McALESTER – Although the pending execution of terminally ill Jimmy Dale Bland had garnered headlines across the state and nation in recent weeks, few people attended the event Tuesday at the Oklahoma State Penitentiary. As a steady rain fell on legendary prison grounds, there was no gathering of protestors or supporters of the death penalty, and only three media members witnessed Bland's death by lethal injection.

Diagnosed months ago with terminal cancer, Bland had sought clemency from the state in recent weeks after doctors told him he had six months or less to live. That bid was denied by the state pardon and parole board, and his final bid for reprieve was denied Tuesday by the U.S. Supreme Court.

Bland, a twice-convicted killer, was convicted of shooting 62-year-old Raymond Prentice in 1975. After being imprisoned on manslaughter charges for that killing, Bland somehow escaped, was recaptured and was eventually paroled. Within a year, he had killed a second man, Doyle Wendle Rains, by shooting him in the back of the head with a .22-caliber rifle. It was that second killing that resulted in Bland's execution Tuesday.

Appearing pale and weak on the execution table, Bland spoke briefly and smiled at his mother, brother and two sisters gathered in the witness room.

"I'm sorry for what happened," he said. "I love you all. I love you all." With his mother and sisters fighting back tears, Bland then looked toward officials in the death chamber and said, "I'm ready."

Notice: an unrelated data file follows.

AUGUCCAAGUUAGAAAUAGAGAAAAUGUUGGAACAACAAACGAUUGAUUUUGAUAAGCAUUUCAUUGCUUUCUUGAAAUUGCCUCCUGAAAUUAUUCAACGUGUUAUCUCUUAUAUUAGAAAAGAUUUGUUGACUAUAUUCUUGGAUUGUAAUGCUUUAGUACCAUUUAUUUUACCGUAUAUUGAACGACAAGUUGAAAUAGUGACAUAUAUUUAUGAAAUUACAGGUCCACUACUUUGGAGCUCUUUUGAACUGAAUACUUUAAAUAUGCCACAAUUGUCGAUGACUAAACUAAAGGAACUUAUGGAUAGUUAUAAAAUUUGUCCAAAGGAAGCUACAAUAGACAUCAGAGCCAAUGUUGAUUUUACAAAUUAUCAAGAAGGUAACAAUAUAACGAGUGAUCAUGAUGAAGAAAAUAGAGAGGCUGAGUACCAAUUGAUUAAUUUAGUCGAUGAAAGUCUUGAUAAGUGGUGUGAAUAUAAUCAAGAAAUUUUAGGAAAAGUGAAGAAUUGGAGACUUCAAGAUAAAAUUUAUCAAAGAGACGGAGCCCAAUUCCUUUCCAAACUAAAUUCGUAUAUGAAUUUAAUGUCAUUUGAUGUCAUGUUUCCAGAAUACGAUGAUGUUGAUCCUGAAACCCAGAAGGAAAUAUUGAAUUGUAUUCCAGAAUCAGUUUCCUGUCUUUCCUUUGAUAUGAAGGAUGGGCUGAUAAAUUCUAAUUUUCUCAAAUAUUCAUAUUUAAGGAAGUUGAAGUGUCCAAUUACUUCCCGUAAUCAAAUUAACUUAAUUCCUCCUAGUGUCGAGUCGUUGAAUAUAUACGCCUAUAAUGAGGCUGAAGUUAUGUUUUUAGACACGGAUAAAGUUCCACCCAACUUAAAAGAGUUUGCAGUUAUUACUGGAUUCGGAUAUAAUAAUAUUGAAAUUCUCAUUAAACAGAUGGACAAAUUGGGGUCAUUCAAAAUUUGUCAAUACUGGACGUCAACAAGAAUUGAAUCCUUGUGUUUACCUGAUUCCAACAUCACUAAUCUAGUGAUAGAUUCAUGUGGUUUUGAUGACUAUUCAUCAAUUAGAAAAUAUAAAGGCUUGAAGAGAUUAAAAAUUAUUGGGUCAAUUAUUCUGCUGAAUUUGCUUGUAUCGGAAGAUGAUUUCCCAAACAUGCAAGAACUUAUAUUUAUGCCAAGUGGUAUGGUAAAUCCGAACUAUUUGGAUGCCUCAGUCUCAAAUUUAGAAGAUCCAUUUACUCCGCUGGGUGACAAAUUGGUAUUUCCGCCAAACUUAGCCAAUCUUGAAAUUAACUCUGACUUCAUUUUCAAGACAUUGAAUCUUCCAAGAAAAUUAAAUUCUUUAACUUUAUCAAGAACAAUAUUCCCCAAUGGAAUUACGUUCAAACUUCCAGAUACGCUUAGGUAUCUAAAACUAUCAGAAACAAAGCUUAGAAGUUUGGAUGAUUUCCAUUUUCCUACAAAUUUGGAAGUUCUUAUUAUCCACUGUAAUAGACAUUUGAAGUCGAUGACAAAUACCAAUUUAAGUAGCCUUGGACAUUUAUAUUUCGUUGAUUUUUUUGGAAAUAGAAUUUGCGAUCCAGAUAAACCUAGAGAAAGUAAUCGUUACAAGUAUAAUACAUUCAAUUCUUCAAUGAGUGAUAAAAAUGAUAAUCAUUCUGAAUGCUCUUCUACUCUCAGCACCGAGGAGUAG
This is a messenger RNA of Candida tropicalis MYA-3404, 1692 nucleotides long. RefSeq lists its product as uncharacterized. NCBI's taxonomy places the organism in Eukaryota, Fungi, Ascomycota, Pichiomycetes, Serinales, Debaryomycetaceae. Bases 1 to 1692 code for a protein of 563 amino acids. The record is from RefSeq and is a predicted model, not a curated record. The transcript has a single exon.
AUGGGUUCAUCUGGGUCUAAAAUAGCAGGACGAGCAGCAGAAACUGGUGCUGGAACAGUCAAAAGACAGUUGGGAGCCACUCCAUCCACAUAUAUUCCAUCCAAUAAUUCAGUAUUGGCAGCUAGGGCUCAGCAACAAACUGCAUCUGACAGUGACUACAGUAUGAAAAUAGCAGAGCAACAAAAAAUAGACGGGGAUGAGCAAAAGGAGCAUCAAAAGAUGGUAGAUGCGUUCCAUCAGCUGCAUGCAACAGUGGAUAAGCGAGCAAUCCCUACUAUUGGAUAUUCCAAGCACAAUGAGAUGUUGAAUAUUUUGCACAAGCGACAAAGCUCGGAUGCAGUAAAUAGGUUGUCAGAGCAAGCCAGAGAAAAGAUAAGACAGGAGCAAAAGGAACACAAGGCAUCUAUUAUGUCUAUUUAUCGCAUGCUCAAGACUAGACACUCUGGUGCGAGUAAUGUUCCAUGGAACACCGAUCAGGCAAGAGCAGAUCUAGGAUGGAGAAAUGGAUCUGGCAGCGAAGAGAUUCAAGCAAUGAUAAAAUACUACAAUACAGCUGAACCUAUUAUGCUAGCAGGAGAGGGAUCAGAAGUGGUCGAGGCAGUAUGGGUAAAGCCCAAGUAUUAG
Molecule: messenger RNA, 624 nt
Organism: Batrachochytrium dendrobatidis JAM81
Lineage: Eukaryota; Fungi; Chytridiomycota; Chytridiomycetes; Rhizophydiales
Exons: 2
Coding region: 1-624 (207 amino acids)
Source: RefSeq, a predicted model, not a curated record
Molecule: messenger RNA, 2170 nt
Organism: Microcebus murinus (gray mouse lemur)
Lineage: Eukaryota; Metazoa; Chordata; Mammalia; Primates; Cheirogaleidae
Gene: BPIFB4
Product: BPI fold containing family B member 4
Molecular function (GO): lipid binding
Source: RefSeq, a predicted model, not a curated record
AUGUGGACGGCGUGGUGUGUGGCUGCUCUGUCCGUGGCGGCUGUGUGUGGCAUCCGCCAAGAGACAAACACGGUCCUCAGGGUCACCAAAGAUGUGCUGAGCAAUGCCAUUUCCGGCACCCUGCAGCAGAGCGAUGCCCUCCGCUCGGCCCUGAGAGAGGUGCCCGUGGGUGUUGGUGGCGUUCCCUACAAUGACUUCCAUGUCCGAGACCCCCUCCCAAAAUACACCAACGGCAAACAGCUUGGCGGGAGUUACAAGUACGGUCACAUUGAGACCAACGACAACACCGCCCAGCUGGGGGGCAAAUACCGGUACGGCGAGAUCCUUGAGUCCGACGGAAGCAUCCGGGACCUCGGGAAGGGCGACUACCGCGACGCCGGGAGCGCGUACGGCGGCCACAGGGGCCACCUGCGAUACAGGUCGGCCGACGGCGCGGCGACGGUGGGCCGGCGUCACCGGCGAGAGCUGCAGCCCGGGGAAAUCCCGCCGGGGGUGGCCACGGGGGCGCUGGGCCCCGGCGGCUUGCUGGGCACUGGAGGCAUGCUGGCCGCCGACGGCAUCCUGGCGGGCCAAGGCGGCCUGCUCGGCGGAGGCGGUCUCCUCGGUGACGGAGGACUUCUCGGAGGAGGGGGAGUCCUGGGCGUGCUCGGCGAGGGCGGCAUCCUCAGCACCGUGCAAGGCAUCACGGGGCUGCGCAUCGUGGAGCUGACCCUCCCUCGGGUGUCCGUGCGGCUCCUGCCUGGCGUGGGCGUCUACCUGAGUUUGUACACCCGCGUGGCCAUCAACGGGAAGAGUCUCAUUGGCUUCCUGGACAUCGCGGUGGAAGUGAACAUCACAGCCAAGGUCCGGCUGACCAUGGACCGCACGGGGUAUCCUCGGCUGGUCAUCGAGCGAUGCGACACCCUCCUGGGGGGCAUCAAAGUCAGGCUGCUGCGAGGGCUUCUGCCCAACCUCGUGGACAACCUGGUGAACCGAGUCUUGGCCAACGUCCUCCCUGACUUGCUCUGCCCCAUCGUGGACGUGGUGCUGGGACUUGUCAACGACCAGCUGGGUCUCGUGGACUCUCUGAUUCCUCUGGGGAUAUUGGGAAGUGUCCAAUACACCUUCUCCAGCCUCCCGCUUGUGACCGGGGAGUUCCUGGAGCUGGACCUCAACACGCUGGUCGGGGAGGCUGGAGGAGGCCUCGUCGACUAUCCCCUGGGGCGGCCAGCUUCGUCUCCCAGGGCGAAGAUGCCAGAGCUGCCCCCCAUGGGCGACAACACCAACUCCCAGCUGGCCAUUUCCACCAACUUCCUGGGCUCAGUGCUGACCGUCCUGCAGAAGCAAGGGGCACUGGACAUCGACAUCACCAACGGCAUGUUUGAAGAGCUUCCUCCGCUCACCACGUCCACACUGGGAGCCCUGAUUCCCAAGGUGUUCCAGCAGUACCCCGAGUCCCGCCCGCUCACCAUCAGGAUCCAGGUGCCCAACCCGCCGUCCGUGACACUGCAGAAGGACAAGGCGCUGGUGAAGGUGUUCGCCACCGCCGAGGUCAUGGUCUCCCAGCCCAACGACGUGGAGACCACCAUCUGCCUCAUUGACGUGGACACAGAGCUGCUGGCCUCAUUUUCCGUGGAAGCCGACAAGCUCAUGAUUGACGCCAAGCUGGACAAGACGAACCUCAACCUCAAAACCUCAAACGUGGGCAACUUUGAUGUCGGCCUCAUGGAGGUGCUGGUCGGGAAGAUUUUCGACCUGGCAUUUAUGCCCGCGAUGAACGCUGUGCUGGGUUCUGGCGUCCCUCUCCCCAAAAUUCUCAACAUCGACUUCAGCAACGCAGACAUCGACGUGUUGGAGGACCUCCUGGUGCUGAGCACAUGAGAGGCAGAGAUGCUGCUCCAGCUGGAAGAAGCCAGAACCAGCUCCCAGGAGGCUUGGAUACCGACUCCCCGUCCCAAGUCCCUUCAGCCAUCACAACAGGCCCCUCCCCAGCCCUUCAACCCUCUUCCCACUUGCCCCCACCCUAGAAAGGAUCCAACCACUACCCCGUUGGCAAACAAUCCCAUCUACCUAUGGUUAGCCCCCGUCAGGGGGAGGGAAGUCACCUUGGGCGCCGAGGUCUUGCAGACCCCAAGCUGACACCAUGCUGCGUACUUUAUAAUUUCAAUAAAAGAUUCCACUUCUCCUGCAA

Bland, 49, was diagnosed with advanced lung cancer that had spread to his brain and his hip bone. He had been undergoing radiation and chemotherapy treatment, and doctors had told him he had six months or less to live.

In an effort to keep Bland from suffering needlessly, prison officials administered five times the normal amount of sodium pentathol. Sodium pentathol, the first of three drugs administered during the execution process, causes unconsciousness.

Moments after the execution began Tuesday, Bland breathed deeply two times and remained motionless until a doctor pronounced him dead five minutes later, at 6:19 p.m.

His brother, unidentified by prison officials, hugged his mother and whispered, "He's in heaven."

Family members of Bland's first victim had a different outlook, working to suppress their anger as they faced the media immediately after the execution.

"It's 32 years past due," said a visibly angry Ronnie Prentice, the first victim's son. "They should never have let him out on parole. If they had done this (execute Bland) the first time, maybe that second man would be alive."

Prentice and his relatives also said Bland had failed to convince them he had ever felt remorse for his actions.

"He never had remorse," said Jackie Barker, Ronnie Prentice's aunt. "He didn't have any remorse the first time. He didn't have any remorse the second time. He didn't even have remorse today."

Until Tuesday, Oklahoma had never executed a terminally ill prisoner. Two years ago, Robert Brecheen, 40, tried to commit suicide by overdosing on pulls two days before his execution, but was unsuccessful.

Ada Evening News Managing Editor Roy Deering was one of the media witnesses who attended the execution Tuesday.

at the Oklahoma State Penitentiary.

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